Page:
It is assumed that a dividend that was raised for 25 years will continue to be raised (or at least maintained) for the next 25 years. GE, also a dividend aristocrat, raised its dividend until the very end, when it cut it by half and then cut it to a penny.

In a normal, semi-rational world, dividends should be a byproduct of a thriving business; they should be a part of rational capital allocation by management. But low interest rates turned companies that pay dividends into a bond-like product, and now they must manufacture dividends, often at the expense of the future.

Let’s take AT&T. Today, the company is saddled with $180 billion of debt; its DirecTV business is declining; and it is also losing its bread and butter post-paid wireless subscribers to competitors. It would be very rational for the company to divert the $13 billion it spends annually on dividends, using it to pay down debt, to de-risk the company and to increase the runway of its longevity. But the mere thought of a lowered or axed dividend would create an instant investor revolt, so AT&T will never lower its dividend, until, like GE, its external environment forces it to do so.

There is a very good reason why investors should be very careful in treating dividend-paying stocks as bond substitutes. Bonds are legally binding contracts, where interest payments and principal repayment are guaranteed by the company. If a company fails to make interest payments and/or repay principal at maturity, investors will put the company into bankruptcy. It is that simple.

When you start treating a stock as a bond substitute, you are making the mental assumption that the price you pay is what the stock is going to be worth at the time when you are done with it (when you sell it). Thus, your focus shifts to the shiny object you are destined to enjoy in the interim – the dividend. You begin to ignore that the price of that fine aristocrat might be less, a lot less, when you and the stampede of other aristocrat lovers will be selling it.

For the last ten years as interest rates have declined not just in the US but globally, you didn’t have to worry about that. Dividend aristocrats have consistently outperformed the S&P 500 since 2008.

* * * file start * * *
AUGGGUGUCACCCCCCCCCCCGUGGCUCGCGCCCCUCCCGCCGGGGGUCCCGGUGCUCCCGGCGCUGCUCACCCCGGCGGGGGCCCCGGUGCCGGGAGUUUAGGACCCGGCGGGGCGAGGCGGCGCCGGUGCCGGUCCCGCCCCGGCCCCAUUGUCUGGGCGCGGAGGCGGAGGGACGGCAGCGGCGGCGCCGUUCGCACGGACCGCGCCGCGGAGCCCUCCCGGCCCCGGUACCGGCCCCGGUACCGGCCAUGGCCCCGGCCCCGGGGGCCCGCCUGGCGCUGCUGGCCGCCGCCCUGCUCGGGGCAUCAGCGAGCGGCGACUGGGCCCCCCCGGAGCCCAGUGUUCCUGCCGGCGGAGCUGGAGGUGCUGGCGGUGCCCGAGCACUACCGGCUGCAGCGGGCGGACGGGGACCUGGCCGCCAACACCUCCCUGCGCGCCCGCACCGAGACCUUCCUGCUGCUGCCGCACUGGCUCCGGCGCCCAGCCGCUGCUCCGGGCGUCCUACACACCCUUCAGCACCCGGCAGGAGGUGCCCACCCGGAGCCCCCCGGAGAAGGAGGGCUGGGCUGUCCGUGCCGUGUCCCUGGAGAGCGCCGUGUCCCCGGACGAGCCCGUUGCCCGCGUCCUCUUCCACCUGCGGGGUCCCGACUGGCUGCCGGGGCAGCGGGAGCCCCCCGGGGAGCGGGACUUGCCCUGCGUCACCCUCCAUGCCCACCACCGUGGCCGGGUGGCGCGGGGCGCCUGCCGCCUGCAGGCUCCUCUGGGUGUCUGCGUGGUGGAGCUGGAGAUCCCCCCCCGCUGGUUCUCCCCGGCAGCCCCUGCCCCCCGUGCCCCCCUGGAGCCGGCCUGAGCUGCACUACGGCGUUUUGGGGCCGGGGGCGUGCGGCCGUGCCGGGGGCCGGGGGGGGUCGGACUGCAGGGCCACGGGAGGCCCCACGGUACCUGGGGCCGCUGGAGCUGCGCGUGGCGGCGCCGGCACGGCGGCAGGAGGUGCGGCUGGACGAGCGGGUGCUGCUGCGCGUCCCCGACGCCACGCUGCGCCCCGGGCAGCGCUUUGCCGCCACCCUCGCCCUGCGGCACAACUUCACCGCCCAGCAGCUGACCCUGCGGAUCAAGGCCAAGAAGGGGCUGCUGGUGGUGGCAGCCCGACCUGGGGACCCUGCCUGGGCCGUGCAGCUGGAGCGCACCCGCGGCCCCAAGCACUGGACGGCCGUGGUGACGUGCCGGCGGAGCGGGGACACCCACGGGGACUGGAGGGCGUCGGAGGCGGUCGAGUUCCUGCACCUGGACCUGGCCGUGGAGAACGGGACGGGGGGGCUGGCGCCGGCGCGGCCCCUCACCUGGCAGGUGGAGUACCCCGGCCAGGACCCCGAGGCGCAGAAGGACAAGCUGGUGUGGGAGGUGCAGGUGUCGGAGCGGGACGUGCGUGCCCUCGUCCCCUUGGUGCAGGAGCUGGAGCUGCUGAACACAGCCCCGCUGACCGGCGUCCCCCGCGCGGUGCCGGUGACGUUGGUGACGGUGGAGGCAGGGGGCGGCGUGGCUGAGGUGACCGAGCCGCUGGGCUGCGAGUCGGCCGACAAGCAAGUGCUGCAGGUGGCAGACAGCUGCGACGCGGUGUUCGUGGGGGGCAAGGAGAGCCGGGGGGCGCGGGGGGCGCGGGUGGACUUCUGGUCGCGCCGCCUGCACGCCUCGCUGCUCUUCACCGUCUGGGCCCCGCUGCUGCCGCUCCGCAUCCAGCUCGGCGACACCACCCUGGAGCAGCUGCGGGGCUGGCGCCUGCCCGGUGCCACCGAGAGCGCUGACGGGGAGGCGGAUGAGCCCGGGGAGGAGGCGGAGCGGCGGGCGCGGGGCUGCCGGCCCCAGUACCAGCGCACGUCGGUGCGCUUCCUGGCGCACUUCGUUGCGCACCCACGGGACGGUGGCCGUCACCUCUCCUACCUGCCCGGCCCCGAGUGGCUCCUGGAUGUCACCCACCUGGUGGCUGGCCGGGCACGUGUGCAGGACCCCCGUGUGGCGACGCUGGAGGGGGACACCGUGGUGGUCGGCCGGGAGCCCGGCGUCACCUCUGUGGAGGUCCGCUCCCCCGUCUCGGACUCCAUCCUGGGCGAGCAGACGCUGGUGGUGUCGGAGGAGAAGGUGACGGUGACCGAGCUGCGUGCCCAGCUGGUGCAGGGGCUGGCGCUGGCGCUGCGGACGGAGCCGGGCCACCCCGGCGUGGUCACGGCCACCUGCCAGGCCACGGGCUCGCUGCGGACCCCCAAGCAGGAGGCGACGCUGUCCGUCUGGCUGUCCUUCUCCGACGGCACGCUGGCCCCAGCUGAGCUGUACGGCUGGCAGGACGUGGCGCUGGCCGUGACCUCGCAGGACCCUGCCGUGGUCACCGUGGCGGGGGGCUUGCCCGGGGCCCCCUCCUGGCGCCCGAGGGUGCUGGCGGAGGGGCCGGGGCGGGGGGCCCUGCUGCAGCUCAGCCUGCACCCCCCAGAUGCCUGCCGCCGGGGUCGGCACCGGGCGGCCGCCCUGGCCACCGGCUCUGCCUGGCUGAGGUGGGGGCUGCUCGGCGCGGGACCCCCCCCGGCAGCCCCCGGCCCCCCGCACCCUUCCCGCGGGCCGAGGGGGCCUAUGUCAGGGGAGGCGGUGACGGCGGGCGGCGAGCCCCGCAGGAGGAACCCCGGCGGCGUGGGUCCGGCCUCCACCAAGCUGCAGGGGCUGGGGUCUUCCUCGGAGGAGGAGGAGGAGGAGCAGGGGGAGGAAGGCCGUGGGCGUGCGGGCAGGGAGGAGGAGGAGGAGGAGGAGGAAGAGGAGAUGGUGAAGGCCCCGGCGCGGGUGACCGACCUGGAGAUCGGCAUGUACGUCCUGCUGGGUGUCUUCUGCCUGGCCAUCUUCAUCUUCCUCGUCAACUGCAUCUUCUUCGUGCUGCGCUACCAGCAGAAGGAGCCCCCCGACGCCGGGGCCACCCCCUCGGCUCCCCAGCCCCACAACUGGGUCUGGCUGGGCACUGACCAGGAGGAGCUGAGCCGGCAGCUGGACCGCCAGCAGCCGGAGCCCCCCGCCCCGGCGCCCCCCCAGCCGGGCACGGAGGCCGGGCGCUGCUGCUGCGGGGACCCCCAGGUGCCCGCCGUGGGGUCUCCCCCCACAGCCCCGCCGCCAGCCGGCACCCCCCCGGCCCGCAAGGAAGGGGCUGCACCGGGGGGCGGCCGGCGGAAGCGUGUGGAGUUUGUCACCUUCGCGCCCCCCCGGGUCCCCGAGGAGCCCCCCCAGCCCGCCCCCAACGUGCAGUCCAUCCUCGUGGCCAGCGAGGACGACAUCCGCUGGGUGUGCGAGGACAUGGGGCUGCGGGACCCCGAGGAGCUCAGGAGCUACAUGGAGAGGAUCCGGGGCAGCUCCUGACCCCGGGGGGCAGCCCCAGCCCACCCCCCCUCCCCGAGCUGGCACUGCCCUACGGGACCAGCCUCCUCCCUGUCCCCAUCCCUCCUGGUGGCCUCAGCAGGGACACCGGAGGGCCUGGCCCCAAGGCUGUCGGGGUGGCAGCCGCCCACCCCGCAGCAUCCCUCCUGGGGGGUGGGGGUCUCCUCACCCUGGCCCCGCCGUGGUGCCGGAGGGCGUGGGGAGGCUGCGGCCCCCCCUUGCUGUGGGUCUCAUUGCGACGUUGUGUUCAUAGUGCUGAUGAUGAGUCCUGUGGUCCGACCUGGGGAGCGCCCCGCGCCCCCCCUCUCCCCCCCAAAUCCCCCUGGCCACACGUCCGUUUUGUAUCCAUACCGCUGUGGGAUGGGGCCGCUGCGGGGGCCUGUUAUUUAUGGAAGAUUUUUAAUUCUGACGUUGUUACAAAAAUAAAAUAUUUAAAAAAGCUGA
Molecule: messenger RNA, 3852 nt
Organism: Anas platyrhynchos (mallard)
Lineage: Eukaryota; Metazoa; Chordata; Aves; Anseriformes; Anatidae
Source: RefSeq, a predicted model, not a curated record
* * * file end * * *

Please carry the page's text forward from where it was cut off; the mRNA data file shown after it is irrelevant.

However, the bulk of the aristocrats’ appreciation came from a single, unrepeatable, and highly reversible source: price to earnings expansion. If you are certain that interest rates are going lower, much lower, then you can stop reading this, get yourself some aristocrats, buy and forget them, because they’ll continue to behave like super-long-duration bonds with the added bonus of dividends that grow by a few pennies a year.

If interest rates rise, the prices of dividend aristocrats are likely to act like those of long-term bonds. The price-to-earnings pendulum will swing in the opposite direction, wiping out a decade of gains.

Analyze management, not dividends

What should investors do? View dividends not as a magnetic, shiny object but as just one part in a multivariable analytical equation, and never the only variable in the equation. Value a company as if it did not pay a dividend – after all, a dividend is just a capital-allocation decision.

I know tens of billions of dollars have been destroyed by management’s misallocation of capital, be it through share buybacks or bad acquisitions. But as corporate management continues trying to please dividend-hungry investors, value will also be destroyed when companies pay out more in dividends than they can afford.

This is why analyzing corporate management is so important. A lot of management teams will tell you the right thing; they’ll sound smart and thoughtful; but their decisions will fail a very simple test. Here is the test: If this management owned 10% or 20% of the company, would they be making the same decisions?

Would GE, ExxonMobil, or AT&T have been run differently if they were run by CEOs who owned 10% or 20% of their respective stocks? It’s safe to say they would have put their billions in dividend payments to a very different, more profitable use.

Vitaliy Katsenelson, CFA, is the CEO at Investment Management Associates, Inc. He writes about the markets at ContrarianEdge.com, and is the author of The Little Book of Sideways Markets (Wiley).